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IRS screened liberals? 'Progressive' and 'Occupy' targeted too, says new IRS chief

IRS screening of groups seeking tax-exempt status was broader and lasted longer than has been previously disclosed, the new head of the agency acknowledged Monday. 

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"There was a wide-ranging set of categories and cases that spanned a broad spectrum" on the lists, Werfel said. He added that his aides found those lists contained "inappropriate criteria that was in use."

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Werfel ordered a halt in the use of spreadsheets listing the terms β€” called BOLO lists for "be on the lookout forβ€” on June 12 and formalized their suspension with a June 20 written order, according to the IRS document the AP obtained. Investigators have previously said that the lists evolved over time as screeners found new names and phrases to help them identify groups to examine.

Democrats on the House Ways and Means Committee released one of the lists, dated November 2010, that the IRS has provided to congressional investigators. That 16-page document, with many parts blacked out, shows that the terms "Progressive" and "Tea Party" were both on that list, as well as "Medical Marijuana," ''occupied territory advocacy" and "Healthcare legislation."

Rep. Sander Levin of Michigan, top Democrat on the Ways and Means panel, said he was writing a letter to J. Russell George, the Treasury Department inspector general whose audit in May detailed IRS targeting of conservatives, asking why his report did not mention other groups that were targeted.

"The audit served as the basis and impetus for a wide range of congressional investigations and this new information shows that the foundation of those investigations is flawed in a fundamental way," Levin said.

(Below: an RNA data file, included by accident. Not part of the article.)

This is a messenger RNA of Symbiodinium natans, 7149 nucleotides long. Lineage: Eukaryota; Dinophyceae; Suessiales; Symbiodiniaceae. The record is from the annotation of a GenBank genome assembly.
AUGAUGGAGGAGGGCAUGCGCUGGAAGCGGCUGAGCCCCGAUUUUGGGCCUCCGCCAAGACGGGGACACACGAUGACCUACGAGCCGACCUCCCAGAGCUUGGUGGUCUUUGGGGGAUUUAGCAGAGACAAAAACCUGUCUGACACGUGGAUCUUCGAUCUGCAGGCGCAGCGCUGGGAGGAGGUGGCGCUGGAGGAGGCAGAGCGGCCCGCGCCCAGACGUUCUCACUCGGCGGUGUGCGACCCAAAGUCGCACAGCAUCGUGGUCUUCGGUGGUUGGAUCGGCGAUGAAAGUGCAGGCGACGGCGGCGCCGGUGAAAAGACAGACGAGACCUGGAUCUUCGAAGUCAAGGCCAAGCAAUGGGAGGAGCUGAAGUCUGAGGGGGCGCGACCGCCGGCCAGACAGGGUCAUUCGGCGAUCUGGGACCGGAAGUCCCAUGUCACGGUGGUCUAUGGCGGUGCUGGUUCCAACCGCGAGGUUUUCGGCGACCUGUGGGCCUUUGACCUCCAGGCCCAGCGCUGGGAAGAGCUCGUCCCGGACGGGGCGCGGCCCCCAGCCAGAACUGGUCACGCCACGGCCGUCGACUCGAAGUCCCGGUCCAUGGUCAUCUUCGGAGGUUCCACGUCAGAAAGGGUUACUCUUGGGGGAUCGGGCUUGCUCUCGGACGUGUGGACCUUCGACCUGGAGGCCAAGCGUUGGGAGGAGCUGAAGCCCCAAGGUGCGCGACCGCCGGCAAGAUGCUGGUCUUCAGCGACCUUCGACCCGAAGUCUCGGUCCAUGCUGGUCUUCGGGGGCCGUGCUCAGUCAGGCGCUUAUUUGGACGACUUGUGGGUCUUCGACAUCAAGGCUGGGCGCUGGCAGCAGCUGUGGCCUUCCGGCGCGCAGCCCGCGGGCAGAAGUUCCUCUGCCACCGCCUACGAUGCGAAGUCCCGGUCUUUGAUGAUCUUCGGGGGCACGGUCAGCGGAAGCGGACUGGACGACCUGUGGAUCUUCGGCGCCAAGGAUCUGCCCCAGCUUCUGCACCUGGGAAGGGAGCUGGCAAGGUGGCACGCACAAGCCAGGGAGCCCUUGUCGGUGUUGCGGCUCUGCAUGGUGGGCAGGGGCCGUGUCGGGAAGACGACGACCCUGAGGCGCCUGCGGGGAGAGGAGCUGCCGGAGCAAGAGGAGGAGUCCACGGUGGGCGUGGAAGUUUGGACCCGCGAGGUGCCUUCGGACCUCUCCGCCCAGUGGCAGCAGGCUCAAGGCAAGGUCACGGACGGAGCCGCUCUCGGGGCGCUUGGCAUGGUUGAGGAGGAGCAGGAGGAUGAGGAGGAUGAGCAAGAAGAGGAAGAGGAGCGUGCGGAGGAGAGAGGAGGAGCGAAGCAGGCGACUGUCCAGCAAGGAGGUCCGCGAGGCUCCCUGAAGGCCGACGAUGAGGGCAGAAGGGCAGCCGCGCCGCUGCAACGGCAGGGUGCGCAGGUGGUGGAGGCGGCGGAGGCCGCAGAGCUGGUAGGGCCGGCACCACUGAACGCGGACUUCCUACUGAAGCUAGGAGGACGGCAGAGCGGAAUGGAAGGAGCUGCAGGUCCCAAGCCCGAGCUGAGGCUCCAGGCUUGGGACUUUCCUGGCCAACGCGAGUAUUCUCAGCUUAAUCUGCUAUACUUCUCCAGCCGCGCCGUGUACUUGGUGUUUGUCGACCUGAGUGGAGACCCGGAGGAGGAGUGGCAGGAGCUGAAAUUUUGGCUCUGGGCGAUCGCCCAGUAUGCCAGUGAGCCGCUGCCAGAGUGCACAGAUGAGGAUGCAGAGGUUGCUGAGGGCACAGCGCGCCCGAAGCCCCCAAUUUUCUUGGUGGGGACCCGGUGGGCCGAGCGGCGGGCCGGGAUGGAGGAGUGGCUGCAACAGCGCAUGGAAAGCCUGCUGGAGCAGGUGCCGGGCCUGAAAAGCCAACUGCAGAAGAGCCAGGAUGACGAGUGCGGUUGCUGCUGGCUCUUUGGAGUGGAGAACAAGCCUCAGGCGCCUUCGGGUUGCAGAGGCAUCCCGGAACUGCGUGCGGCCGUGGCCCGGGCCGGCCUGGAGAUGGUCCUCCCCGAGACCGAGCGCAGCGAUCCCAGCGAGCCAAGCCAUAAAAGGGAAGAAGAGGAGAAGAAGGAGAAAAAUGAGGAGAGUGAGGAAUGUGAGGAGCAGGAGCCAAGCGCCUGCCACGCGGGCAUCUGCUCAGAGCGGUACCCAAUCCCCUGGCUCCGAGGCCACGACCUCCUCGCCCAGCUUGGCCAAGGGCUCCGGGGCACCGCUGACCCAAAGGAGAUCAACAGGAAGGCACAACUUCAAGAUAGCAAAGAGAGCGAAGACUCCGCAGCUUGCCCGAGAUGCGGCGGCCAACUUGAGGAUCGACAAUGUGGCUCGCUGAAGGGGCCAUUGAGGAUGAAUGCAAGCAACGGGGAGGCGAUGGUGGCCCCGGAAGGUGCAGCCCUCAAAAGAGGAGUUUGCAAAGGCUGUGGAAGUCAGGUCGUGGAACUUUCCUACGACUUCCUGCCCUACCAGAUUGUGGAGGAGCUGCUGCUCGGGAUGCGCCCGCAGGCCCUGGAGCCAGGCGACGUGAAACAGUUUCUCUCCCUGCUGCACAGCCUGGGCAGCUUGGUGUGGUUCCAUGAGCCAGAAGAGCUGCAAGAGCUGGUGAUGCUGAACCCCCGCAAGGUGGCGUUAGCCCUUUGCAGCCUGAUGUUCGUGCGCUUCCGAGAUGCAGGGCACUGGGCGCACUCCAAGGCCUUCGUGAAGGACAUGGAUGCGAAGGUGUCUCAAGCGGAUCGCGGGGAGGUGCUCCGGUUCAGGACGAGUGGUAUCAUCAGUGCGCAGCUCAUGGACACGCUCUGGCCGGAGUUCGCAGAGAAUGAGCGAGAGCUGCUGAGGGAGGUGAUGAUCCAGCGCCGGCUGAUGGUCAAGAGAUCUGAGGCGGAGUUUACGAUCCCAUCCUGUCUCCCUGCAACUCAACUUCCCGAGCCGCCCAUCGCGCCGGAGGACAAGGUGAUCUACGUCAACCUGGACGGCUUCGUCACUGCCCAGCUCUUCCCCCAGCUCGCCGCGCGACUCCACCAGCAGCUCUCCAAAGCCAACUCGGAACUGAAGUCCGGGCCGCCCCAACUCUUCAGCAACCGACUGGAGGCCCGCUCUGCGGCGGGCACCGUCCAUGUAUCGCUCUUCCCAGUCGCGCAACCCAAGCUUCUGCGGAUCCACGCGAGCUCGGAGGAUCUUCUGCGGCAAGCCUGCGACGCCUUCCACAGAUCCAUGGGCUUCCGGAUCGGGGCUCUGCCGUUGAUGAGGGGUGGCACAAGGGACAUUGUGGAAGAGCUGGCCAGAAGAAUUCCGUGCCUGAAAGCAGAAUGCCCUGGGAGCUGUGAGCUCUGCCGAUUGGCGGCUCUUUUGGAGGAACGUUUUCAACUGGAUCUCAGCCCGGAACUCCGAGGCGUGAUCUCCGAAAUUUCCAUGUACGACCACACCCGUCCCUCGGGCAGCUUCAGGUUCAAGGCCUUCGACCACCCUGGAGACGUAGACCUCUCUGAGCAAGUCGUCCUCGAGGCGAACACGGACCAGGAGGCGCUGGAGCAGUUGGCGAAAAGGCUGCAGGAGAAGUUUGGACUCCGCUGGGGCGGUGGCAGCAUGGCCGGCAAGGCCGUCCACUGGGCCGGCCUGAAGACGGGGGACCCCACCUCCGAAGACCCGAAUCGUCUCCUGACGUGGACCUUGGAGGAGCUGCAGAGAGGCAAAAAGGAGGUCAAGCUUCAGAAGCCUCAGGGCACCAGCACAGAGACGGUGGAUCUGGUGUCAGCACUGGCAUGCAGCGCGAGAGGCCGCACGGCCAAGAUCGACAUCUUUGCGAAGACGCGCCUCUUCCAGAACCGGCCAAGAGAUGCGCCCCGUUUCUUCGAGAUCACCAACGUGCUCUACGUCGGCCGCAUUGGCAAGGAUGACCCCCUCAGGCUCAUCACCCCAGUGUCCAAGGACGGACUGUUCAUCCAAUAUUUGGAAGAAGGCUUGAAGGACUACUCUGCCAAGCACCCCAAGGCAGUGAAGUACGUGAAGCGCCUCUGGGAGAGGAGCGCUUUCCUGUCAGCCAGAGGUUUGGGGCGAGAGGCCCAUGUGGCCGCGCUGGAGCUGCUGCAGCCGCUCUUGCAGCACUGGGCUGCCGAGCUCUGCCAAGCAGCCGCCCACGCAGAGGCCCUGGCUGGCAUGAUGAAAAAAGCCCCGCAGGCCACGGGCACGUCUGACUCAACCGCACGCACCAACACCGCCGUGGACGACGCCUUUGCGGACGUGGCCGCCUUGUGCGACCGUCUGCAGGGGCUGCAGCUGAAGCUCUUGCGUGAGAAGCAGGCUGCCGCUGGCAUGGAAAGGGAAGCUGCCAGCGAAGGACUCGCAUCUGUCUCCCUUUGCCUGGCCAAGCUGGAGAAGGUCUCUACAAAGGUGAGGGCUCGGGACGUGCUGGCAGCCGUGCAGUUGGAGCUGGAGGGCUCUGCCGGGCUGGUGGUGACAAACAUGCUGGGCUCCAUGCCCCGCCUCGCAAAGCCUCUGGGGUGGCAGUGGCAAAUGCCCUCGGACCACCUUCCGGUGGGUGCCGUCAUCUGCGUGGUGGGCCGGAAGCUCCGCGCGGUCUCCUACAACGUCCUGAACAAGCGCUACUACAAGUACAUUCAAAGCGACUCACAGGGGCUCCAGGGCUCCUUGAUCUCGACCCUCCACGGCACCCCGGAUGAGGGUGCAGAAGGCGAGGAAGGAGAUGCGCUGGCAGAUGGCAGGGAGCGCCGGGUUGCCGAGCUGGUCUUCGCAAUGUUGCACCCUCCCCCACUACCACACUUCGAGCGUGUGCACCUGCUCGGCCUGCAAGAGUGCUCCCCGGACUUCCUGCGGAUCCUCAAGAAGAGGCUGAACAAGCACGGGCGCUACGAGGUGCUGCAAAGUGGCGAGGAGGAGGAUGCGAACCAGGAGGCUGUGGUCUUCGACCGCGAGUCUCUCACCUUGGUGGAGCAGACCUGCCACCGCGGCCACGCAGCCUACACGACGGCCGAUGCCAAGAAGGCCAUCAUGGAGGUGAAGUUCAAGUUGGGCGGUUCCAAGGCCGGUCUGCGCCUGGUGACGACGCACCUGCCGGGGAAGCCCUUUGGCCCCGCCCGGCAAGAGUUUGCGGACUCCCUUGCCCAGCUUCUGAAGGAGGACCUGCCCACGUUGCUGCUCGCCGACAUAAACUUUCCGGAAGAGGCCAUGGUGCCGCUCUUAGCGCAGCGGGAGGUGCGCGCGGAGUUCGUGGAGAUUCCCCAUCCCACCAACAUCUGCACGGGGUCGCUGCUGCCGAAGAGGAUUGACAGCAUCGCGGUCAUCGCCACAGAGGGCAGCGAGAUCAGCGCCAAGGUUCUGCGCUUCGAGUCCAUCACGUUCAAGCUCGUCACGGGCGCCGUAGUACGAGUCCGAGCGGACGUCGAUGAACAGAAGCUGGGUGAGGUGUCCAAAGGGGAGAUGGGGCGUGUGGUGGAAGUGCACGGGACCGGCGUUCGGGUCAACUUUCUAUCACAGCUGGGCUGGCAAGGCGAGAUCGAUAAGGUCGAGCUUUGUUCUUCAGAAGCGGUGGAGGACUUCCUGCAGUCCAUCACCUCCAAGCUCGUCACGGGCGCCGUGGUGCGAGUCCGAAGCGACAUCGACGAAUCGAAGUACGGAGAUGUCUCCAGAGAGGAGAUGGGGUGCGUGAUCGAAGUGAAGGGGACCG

Republicans said there was a distinction. A statement by the GOP staff of House Ways and Means said, "It is one thing to flag a group, it is quite another to repeatedly target and abuse conservative groups."

George's report criticized the IRS for using "inappropriate criteria" to identify tea party and other conservative groups. It did not mention more liberal organizations, but in response to questions from lawmakers at congressional hearings, George said he had recently found other lists that raised concerns about other "political factors" he did not specify.

On Monday, Karen Kraushaar, a spokeswoman for the inspector general, said their May audit focused on terms the IRS used to pick cases to be studied for political campaign activity, which might disqualify a group from tax-exempt status.

She said the inspector general has since found other "criteria" the agency used to list potential cases, and "we are reviewing whether these criteria led to expanded scrutiny for other reasons and why these criteria were implemented."

Democratic staff on Ways and Means said in a press release that they had verified that of the 298 groups seeking tax-exempt status that George's audit had examined, some were liberal organizations β€” something George's report did not mention.

Many organizations seeking tax-exempt designation were applying for so-called 501(c)(4) status, named for its section of the federal revenue code. IRS regulations allow that status for groups mostly involved in "social welfare" and that don't engage in election campaigns for or against candidates as their "primary" activity, and it is up to the IRS to judge whether applicants meet those vaguely defined requirements.

Werfel's remarks came as he released an 83-page examination he has conducted of his embattled agency. The conclusions, which Werfel cautioned are preliminary, have so far found there was "insufficient action" by IRS managers to prevent and disclose the problem involving the screening of certain groups, but no specific clues of misconduct.

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